Large institutional investors in Asia are ramping up private
equity co-investments to lower risk by pairing up with
experienced players, according to a new report.
Sovereign wealth funds, in particular, have been more open
to deals to co-invest in private equity, real estate, and
infrastructure than have state pension funds, according to the
report, published by research and consulting firm Cerulli. As
sovereign wealth fund portfolios diversify toward foreign and
alternative investments, some are tolerating more risk to
achieve returns, Cerulli says.
Koreas sovereign wealth fund, the Korea Investment
Corporation, sought co-investment opportunities even before
alternative investments were a growing trend in the region. In
March 2015, KIC paired with Busan Port Authority, which
operates maritime and seaport trade in Korea, to co-invest in
infrastructure. The fund, which had assets equivalent to $91.8 billion at the end
of 2015, also secured partnerships with Korea Development
Bank and Korean Teachers Credit Union in recent
Co-investment, in which institutions
invest in companies or other investments alongside their external asset managers, is often a
suitable option for institutions that do not have the staff to
make direct private equity investments, said Barbara Wall,
Cerullis Europe managing director, in the report.
However, it needs to be remembered that successful
co-investing does require general- partner-like
knowledge, she added.
While KIC pursued co-investment early on, two of Asias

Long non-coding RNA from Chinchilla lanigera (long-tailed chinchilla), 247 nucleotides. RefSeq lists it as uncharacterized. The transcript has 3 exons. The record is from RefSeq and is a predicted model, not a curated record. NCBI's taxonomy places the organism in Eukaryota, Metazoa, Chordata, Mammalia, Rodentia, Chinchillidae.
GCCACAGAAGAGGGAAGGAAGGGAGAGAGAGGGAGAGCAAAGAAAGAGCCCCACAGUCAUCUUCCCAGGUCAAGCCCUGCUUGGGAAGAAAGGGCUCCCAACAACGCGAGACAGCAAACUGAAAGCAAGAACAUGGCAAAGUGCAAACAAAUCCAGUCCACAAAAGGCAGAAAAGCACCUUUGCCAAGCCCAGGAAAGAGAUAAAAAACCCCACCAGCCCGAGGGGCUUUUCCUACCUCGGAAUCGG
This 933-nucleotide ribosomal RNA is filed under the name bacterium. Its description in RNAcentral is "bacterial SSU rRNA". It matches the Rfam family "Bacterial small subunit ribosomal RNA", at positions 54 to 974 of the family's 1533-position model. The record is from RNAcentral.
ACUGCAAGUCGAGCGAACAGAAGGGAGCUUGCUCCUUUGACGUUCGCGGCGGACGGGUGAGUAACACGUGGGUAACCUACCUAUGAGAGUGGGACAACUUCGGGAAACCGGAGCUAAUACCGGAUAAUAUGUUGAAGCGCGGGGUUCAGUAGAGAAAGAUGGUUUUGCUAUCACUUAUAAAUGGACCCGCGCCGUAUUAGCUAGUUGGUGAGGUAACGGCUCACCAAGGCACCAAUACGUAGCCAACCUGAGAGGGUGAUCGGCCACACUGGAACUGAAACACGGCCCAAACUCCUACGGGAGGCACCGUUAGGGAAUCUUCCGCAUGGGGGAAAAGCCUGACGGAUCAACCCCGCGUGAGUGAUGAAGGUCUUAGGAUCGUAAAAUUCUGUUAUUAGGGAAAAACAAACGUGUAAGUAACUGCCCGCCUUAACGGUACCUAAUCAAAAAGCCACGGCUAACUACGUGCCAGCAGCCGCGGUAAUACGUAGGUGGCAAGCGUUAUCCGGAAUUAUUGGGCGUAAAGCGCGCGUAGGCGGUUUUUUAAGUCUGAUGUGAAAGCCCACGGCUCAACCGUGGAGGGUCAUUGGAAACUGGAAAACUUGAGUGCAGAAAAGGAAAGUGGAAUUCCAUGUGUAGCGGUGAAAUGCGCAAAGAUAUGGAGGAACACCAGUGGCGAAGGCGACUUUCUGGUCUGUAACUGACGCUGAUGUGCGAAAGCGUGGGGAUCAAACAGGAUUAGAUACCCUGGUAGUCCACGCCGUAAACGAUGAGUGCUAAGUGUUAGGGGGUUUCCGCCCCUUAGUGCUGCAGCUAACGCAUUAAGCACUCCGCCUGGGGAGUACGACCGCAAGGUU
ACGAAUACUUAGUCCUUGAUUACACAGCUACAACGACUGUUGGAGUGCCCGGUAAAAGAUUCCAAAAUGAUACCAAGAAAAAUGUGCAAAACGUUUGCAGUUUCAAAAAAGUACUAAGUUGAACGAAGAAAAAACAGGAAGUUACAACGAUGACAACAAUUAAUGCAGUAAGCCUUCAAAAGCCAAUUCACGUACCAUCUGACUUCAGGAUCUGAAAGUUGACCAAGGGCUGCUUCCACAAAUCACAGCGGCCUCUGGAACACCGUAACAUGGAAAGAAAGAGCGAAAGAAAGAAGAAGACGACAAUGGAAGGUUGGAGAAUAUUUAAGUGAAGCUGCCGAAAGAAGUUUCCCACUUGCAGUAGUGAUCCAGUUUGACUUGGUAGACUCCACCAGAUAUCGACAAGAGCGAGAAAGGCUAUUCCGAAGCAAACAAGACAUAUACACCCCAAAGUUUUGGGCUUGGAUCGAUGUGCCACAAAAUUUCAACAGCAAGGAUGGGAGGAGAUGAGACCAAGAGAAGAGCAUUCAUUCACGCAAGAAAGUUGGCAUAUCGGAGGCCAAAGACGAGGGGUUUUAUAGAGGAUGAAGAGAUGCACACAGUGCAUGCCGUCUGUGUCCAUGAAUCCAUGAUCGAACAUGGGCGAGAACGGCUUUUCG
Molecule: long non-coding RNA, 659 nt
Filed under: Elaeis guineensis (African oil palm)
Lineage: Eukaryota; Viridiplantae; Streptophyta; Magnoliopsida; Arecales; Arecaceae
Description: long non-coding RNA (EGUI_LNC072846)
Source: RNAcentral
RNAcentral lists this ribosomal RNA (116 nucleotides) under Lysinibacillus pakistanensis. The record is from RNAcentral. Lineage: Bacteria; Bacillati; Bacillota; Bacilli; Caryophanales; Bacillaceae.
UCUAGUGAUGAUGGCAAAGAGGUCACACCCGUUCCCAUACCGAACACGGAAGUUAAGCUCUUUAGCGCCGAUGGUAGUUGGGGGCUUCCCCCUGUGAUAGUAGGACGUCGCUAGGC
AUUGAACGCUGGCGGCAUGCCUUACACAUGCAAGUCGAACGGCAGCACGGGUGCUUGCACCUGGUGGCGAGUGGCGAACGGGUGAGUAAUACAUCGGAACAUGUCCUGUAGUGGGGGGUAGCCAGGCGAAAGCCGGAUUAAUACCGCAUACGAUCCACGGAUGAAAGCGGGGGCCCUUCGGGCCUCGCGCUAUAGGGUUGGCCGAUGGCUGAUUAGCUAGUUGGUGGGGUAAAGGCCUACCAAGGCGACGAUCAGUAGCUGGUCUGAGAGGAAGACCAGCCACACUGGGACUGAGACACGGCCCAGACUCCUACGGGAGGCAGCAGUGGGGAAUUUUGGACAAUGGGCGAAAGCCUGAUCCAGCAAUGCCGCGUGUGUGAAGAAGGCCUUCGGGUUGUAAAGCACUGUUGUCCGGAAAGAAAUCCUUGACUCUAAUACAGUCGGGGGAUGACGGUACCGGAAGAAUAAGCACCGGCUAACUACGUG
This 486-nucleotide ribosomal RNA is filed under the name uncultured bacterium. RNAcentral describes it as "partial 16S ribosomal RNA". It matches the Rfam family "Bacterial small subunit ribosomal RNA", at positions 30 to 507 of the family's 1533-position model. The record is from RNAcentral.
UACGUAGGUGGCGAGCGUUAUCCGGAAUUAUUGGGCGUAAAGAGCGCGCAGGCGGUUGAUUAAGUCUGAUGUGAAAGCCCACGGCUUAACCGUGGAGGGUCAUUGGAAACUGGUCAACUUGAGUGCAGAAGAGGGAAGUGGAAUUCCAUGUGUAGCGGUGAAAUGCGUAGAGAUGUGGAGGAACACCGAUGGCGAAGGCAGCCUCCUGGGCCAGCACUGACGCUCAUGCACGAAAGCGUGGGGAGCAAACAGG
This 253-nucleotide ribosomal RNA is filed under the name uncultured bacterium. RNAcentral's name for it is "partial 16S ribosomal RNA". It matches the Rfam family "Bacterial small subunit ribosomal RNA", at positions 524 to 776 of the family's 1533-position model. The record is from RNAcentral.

most active institutions in the strategy are Singapores
two sovereign wealth funds GIC and Temasek. GIC has been
a trailblazer in sourcing deals, Cerulli says, and
is also pursuing more complex investments. Its years of
investment experience and own investment teams have given it
confidence to invest by itself, or co-invest when the stakes
are high, Cerulli wrote.
In 2013, the fund introduced a framework that allowed it to
take a more active approach to investments. GIC in February was
reported to be in discussions along with private equity
managers KKR, CVC Capital Partners, and Ardian to acquire a
stake in Telxius, a subsidiary of Spanish telecommunications
Temasek, despite preferring direct investment, also launched
a co-investment vehicle called Astrea II in 2014. Temasek owned
38 percent of the vehicle and had holdings in 36 private equity
funds at the time of the launch, according to the report.
Chinese state institutions are expected to pursue more
public-private partnerships and co-investments in the near
future, Cerulli said. The China Investment Corporation created
a real estate department in 2015; its most recent investments
have been in infrastructure. Last year, CIC began a joint
investment in the Port of Melbourne along with Australias
Future Fund and several other partners. Its previous joint
infrastructure investments included one in Turkey.
Co-investments among Asian institutions can be expected to
increase as funds try to alleviate cost pressures. But as these
investors strengthen their capabilities and expertise,
co-investment will eventually fall out of favor, Cerulli